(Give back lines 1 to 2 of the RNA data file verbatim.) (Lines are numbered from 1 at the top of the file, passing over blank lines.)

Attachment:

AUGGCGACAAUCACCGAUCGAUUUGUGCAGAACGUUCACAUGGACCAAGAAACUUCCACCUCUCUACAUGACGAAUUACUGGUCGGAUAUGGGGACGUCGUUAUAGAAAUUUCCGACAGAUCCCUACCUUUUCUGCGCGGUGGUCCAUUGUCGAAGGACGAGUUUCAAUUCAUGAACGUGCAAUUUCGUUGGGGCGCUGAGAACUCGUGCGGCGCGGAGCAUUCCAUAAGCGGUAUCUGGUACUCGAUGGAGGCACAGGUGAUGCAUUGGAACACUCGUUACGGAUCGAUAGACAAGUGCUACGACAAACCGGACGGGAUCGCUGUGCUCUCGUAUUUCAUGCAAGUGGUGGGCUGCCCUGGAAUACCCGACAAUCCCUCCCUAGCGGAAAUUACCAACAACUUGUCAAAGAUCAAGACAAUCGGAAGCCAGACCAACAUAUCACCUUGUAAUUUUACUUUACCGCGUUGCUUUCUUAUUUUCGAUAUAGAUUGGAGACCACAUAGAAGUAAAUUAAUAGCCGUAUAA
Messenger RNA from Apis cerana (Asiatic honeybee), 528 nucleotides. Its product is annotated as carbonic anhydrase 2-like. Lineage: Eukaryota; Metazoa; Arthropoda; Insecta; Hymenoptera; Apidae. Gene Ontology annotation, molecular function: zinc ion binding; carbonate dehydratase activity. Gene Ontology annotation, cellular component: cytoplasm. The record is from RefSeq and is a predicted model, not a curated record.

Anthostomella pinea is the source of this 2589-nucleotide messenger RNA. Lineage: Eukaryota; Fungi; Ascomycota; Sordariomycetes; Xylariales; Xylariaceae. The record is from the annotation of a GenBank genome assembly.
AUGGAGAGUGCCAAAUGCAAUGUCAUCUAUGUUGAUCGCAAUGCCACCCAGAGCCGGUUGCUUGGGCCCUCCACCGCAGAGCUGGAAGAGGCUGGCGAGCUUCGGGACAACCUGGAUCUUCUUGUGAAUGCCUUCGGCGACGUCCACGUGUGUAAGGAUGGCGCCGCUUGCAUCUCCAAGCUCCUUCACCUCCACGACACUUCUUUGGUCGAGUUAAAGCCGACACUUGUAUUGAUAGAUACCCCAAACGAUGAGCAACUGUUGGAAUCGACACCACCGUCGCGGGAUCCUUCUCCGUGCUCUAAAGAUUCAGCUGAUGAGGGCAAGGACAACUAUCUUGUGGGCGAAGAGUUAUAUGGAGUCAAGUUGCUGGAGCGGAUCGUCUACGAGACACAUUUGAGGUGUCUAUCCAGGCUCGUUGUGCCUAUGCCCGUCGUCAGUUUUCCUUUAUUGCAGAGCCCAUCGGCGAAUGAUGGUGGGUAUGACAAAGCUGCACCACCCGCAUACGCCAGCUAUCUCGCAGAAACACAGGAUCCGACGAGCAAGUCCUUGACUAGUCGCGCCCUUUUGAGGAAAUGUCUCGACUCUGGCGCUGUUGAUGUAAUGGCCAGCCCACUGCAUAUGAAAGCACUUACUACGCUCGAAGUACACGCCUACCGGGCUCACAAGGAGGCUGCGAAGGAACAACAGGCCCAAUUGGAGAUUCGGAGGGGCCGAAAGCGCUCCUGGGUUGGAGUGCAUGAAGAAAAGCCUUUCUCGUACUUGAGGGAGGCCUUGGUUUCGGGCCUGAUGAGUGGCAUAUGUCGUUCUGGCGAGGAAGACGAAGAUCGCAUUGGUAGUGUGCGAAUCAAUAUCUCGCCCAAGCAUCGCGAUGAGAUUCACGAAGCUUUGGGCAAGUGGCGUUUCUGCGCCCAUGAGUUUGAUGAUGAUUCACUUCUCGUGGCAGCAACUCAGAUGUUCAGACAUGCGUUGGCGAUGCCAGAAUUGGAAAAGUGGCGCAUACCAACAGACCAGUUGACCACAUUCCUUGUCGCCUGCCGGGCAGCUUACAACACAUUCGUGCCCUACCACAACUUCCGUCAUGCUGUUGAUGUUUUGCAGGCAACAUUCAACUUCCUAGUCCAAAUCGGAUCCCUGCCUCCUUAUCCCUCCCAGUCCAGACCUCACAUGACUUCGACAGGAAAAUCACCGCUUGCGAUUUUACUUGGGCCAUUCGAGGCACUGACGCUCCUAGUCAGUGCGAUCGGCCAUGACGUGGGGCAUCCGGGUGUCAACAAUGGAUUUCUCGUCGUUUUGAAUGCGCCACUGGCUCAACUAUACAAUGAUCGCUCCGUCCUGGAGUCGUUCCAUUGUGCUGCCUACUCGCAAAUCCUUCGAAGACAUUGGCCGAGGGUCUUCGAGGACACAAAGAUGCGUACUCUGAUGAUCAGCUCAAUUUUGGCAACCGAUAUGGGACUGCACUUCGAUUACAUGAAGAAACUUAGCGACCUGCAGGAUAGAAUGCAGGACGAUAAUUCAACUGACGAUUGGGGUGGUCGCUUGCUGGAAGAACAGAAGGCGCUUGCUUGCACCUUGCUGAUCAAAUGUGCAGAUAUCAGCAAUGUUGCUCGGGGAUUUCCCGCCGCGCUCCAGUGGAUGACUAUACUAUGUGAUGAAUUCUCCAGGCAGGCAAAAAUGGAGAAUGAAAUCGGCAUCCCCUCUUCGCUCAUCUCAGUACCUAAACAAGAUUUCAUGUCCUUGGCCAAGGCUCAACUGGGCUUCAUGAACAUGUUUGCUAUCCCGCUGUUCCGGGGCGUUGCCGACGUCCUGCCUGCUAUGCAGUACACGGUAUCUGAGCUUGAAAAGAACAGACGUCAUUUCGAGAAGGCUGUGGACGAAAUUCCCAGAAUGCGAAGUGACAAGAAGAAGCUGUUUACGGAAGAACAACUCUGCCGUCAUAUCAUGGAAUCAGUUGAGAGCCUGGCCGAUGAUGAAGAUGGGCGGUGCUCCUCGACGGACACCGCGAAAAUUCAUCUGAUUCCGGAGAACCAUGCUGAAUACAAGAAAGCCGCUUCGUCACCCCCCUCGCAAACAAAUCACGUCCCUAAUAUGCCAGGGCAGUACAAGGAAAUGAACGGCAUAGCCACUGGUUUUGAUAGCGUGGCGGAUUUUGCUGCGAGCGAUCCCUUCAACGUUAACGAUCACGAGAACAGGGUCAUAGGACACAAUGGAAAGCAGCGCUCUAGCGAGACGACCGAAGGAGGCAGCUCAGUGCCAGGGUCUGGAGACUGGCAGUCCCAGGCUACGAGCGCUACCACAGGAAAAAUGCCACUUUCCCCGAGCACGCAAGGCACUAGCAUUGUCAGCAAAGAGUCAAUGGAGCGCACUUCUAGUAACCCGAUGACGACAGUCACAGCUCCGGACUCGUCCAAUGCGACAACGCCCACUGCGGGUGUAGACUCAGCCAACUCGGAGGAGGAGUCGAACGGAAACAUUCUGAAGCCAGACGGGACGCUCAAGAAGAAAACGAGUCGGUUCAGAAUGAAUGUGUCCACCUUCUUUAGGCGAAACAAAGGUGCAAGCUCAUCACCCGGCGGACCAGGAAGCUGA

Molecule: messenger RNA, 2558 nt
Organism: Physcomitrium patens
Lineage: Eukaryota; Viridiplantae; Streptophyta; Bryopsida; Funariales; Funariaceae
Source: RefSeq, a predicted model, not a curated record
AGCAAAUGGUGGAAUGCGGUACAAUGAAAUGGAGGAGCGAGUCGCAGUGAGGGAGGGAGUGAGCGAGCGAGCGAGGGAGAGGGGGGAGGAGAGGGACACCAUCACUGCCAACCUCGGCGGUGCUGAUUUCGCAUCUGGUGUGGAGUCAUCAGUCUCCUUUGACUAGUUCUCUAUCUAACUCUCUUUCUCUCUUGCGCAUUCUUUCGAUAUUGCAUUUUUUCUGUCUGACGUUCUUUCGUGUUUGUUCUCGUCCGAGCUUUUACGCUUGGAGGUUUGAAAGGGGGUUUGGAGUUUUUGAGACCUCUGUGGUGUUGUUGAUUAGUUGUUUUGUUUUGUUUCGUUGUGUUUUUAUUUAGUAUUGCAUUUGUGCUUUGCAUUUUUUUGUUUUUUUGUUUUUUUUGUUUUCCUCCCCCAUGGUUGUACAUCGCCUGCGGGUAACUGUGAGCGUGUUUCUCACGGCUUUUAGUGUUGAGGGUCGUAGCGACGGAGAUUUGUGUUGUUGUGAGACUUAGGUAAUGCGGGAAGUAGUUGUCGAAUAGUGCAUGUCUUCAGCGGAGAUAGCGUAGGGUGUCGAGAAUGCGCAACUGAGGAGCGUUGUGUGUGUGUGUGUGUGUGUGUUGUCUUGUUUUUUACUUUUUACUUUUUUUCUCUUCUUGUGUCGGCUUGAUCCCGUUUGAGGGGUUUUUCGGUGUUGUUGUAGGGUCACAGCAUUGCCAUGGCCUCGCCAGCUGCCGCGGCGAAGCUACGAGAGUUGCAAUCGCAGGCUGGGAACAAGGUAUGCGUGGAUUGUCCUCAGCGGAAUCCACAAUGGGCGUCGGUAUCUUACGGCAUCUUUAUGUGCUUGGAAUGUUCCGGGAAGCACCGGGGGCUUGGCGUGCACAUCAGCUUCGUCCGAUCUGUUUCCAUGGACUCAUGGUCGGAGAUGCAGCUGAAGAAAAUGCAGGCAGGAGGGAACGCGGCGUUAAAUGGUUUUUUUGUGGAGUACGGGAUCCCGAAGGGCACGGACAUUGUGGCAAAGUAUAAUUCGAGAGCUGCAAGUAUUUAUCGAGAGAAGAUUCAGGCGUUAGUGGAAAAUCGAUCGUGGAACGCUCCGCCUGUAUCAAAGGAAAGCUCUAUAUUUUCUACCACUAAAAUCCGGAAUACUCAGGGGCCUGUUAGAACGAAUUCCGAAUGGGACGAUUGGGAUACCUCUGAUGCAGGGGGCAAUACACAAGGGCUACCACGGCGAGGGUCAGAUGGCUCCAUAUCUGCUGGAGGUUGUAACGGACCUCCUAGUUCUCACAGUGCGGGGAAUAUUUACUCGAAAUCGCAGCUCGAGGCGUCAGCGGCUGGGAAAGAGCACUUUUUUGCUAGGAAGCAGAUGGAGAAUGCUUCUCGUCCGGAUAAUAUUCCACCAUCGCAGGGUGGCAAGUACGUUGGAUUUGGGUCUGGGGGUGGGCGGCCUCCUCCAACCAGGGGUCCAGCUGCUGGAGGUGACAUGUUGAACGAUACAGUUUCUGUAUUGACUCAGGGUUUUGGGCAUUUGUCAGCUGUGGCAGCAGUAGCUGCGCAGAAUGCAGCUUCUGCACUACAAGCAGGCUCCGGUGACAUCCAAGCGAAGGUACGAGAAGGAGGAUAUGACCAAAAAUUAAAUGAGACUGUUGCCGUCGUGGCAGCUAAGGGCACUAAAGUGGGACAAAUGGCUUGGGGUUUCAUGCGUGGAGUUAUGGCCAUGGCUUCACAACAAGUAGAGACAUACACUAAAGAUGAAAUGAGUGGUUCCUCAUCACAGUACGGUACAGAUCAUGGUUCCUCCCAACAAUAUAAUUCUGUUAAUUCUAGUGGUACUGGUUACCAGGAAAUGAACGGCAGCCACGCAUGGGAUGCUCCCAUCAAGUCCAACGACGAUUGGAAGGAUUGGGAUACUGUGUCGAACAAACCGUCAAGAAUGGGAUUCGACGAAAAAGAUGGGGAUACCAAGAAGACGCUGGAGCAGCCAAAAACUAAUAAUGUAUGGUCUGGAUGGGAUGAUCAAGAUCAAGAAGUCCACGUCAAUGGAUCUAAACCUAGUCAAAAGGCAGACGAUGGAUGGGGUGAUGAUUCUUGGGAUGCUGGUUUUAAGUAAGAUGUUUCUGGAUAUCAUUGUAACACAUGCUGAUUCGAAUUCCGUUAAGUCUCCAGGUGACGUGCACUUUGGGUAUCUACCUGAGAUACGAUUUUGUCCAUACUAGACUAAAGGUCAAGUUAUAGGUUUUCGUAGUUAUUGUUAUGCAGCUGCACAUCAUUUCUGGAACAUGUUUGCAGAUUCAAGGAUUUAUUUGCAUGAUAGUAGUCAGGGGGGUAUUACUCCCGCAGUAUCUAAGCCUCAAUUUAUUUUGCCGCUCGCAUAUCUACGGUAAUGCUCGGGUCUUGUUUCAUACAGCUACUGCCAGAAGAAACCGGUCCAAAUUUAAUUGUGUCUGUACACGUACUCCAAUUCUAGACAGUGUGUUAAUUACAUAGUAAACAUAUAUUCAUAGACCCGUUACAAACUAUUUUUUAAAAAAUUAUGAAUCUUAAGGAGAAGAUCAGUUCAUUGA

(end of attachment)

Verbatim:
AUGGCGACAAUCACCGAUCGAUUUGUGCAGAACGUUCACAUGGACCAAGAAACUUCCACCUCUCUACAUGACGAAUUACUGGUCGGAUAUGGGGACGUCGUUAUAGAAAUUUCCGACAGAUCCCUACCUUUUCUGCGCGGUGGUCCAUUGUCGAAGGACGAGUUUCAAUUCAUGAACGUGCAAUUUCGUUGGGGCGCUGAGAACUCGUGCGGCGCGGAGCAUUCCAUAAGCGGUAUCUGGUACUCGAUGGAGGCACAGGUGAUGCAUUGGAACACUCGUUACGGAUCGAUAGACAAGUGCUACGACAAACCGGACGGGAUCGCUGUGCUCUCGUAUUUCAUGCAAGUGGUGGGCUGCCCUGGAAUACCCGACAAUCCCUCCCUAGCGGAAAUUACCAACAACUUGUCAAAGAUCAAGACAAUCGGAAGCCAGACCAACAUAUCACCUUGUAAUUUUACUUUACCGCGUUGCUUUCUUAUUUUCGAUAUAGAUUGGAGACCACAUAGAAGUAAAUUAAUAGCCGUAUAA
Messenger RNA from Apis cerana (Asiatic honeybee), 528 nucleotides. Its product is annotated as carbonic anhydrase 2-like. Lineage: Eukaryota; Metazoa; Arthropoda; Insecta; Hymenoptera; Apidae. Gene Ontology annotation, molecular function: zinc ion binding; carbonate dehydratase activity. Gene Ontology annotation, cellular component: cytoplasm. The record is from RefSeq and is a predicted model, not a curated record.